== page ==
Author(s): George Eliot
Considered one the masterpieces of realist fiction, George Eliot's novel, Middlemarch: A Study of Provincial Life, explores a fictional nineteenth-century Midlands town in the midst of modern changes. The quiet drama of ordinary lives and flawed choices are played out in the complexly portrayed central characters of the novel-the idealistic Dorothea Brooke; the ambitious Dr. Lydgate; the spendthrift Fred Vincy; and the steadfast Mary Garth. The appearance of two outsiders further disrupts the town's equilibrium - Will Ladislaw, the spirited nephew of Dorothea's husband, the Rev. Edward Casaubon, and the sinister John Raffles, who threatens to expose the hidden past of one of the town's elite.
"Middlemarch," the magnificent book which with all its imperfections is one of the few English novels written for grown-up people. Virginia Woolf The most profound, wise and absorbing of English novels . . . and, above all, truthful and forgiving about human behaviour. Hermione Lee "No Victorian novel approaches"Middlemarch"in its width of reference, its intellectual power, or the imperturbable spaciousness of its narrative...I doubt if any Victorian novelist has as much to teach the modern novelists as George Eliot...No writer has ever represented the ambiguities of moral choice so fully." V. S. Pritchett "Middlemarchis probably the greatest English novel." Julian Barnes "It is possible to argue that Middlemarch is the greatest English novel." A. S. Byatt "Certainly the greatest [English] novel." Martin Amis "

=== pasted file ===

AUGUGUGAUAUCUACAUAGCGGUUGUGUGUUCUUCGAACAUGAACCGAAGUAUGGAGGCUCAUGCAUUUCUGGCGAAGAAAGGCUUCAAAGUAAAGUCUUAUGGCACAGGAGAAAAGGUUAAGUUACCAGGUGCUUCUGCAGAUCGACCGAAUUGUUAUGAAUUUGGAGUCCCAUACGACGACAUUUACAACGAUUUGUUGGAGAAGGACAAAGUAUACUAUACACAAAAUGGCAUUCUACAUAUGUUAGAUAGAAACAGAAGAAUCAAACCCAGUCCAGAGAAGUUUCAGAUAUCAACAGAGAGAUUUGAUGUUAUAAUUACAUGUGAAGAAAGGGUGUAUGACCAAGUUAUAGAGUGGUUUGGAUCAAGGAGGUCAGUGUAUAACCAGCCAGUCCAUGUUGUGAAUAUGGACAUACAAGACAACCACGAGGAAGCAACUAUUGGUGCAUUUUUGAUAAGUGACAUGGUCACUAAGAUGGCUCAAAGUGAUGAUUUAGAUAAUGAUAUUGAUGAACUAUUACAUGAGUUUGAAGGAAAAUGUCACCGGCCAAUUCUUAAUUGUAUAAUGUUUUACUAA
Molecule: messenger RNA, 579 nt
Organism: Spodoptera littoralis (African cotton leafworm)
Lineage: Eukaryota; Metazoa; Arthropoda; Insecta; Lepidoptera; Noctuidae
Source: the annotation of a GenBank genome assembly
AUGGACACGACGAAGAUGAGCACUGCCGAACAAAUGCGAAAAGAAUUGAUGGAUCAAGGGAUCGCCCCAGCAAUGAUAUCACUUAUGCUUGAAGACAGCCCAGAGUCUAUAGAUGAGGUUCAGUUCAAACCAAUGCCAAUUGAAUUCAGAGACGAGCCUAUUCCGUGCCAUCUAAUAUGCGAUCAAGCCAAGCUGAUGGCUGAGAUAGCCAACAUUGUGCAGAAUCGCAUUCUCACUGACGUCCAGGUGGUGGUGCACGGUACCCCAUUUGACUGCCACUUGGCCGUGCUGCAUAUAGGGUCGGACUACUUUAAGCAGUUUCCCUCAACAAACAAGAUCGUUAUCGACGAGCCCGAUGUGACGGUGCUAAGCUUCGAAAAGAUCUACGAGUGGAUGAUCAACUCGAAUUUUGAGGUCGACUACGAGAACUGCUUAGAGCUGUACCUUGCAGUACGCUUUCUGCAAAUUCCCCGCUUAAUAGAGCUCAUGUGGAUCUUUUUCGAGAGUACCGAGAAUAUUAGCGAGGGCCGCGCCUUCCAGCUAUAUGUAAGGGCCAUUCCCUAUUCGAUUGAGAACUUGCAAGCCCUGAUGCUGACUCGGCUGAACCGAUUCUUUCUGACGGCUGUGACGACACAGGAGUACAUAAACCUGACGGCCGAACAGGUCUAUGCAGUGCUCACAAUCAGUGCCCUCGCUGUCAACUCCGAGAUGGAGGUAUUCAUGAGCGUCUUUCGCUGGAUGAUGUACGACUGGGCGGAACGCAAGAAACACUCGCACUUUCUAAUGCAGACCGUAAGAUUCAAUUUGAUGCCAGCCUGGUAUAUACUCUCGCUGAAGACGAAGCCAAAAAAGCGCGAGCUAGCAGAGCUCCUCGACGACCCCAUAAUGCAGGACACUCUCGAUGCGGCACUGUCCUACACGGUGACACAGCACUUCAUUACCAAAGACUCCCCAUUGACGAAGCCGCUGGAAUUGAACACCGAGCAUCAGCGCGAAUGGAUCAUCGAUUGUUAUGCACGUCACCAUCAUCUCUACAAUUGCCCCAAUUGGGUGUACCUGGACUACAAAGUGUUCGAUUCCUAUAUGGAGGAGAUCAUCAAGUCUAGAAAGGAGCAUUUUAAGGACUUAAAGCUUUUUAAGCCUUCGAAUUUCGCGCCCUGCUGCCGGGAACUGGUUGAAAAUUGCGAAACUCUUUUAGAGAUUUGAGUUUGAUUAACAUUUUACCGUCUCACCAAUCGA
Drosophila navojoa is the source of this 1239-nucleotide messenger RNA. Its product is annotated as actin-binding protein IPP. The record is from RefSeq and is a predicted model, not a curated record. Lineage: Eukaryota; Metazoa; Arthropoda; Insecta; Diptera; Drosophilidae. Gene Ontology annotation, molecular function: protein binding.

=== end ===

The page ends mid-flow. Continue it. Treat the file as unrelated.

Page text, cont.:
George Eliot (b. Mary Ann Evans Cross) was born on November 22, 1819 at Arbury Farm, Warwickshire, England. She received an ordinary education and, upon leaving school at the age of sixteen, embarked on a program of independent study to further her intellectual growth. The death of her father in 1849 left her with a small legacy and the freedom to pursue her literary inclinations. In 1851, she became the assistant editor of the Westminster Review, a position she held for three years. Her first book, Scenes of a Clerical Life (1858), was followed by Adam Bede (1859), The Mill on the Floss (1860), Silas Marner (1861), and Middlemarch (1872). On May 6, 1880, she married John Cross, a friend of long standing, and after a brief illness she died on December 22 of that year, in London. Rebecca Mead is a staff writer at the New Yorker. She is the author of One Perfect Day: The Selling of the American Wedding and My Life in Middlemarch, a widely acclaimed memoir about how Middlemarch has shaped her life.